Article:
Please consider the following experiment:
Is there an association between Water Quality and Number of Creatures living in lakes in the US.
Water Quality is defined by 10 indices
(e.g., ph, lead count, etc.).
For creatures the number of 10 different common creatures was counted
(e.g., frogs, bass, etc).
Water samples and creature counts were taken from 25 lakes.
For statistical analysis we used linear regression with number of creatures as outcome measures (10 species) and water quality as predictor (10 indices), totaling to 100 tests.
At an alpha level of 0.05 I would expect 5 of these tests to be significant on the basis of chance.
To correct for that, I could use a Bonferroni corrected alpha level of alpha/n=0.0005.
Now let's assume that I observed 20 significant associations at an uncorrected alpha level of p<0.05, but all the individual p-values are 0.0005<p<0.05. Thus, no significant associations remain after Bonferroni correction for multiple comparisons.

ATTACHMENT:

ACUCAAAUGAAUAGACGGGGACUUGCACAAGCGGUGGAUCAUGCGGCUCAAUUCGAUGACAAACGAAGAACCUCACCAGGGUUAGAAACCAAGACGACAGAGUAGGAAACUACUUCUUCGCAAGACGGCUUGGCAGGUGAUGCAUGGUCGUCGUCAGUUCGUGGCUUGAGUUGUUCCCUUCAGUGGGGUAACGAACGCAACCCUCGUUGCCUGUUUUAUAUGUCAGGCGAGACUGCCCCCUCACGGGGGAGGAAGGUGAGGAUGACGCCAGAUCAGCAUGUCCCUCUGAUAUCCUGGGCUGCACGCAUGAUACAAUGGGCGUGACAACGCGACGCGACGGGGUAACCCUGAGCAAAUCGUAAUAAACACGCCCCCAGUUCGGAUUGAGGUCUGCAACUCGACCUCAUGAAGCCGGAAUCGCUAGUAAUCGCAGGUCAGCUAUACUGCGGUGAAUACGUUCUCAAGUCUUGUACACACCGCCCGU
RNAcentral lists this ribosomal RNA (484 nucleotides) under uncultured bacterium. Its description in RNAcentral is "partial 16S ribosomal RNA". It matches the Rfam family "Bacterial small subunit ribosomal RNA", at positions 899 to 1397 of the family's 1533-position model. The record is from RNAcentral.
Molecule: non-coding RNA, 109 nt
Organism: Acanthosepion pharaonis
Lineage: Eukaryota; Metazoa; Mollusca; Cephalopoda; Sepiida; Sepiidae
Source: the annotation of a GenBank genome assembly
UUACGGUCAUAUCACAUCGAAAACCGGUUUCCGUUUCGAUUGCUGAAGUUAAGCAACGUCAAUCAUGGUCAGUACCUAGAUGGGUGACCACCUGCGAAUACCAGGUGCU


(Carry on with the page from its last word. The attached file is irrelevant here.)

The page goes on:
Is the fact that the number of times H0 was rejected meaningful considering that this number was larger than expected (i.e., 20 observed vs. 5 expected)?
(With meaningful, I mean: does it support my overal hypothesis that water quality and number of creatures living in it are associated).
Note: I am not looking for alternative potentially less stringent correction options such as Bonferroni-Holmes correction, FDR correction, q-values, etc. I am also not looking for ways to combine variables etc. to reanalyze the data.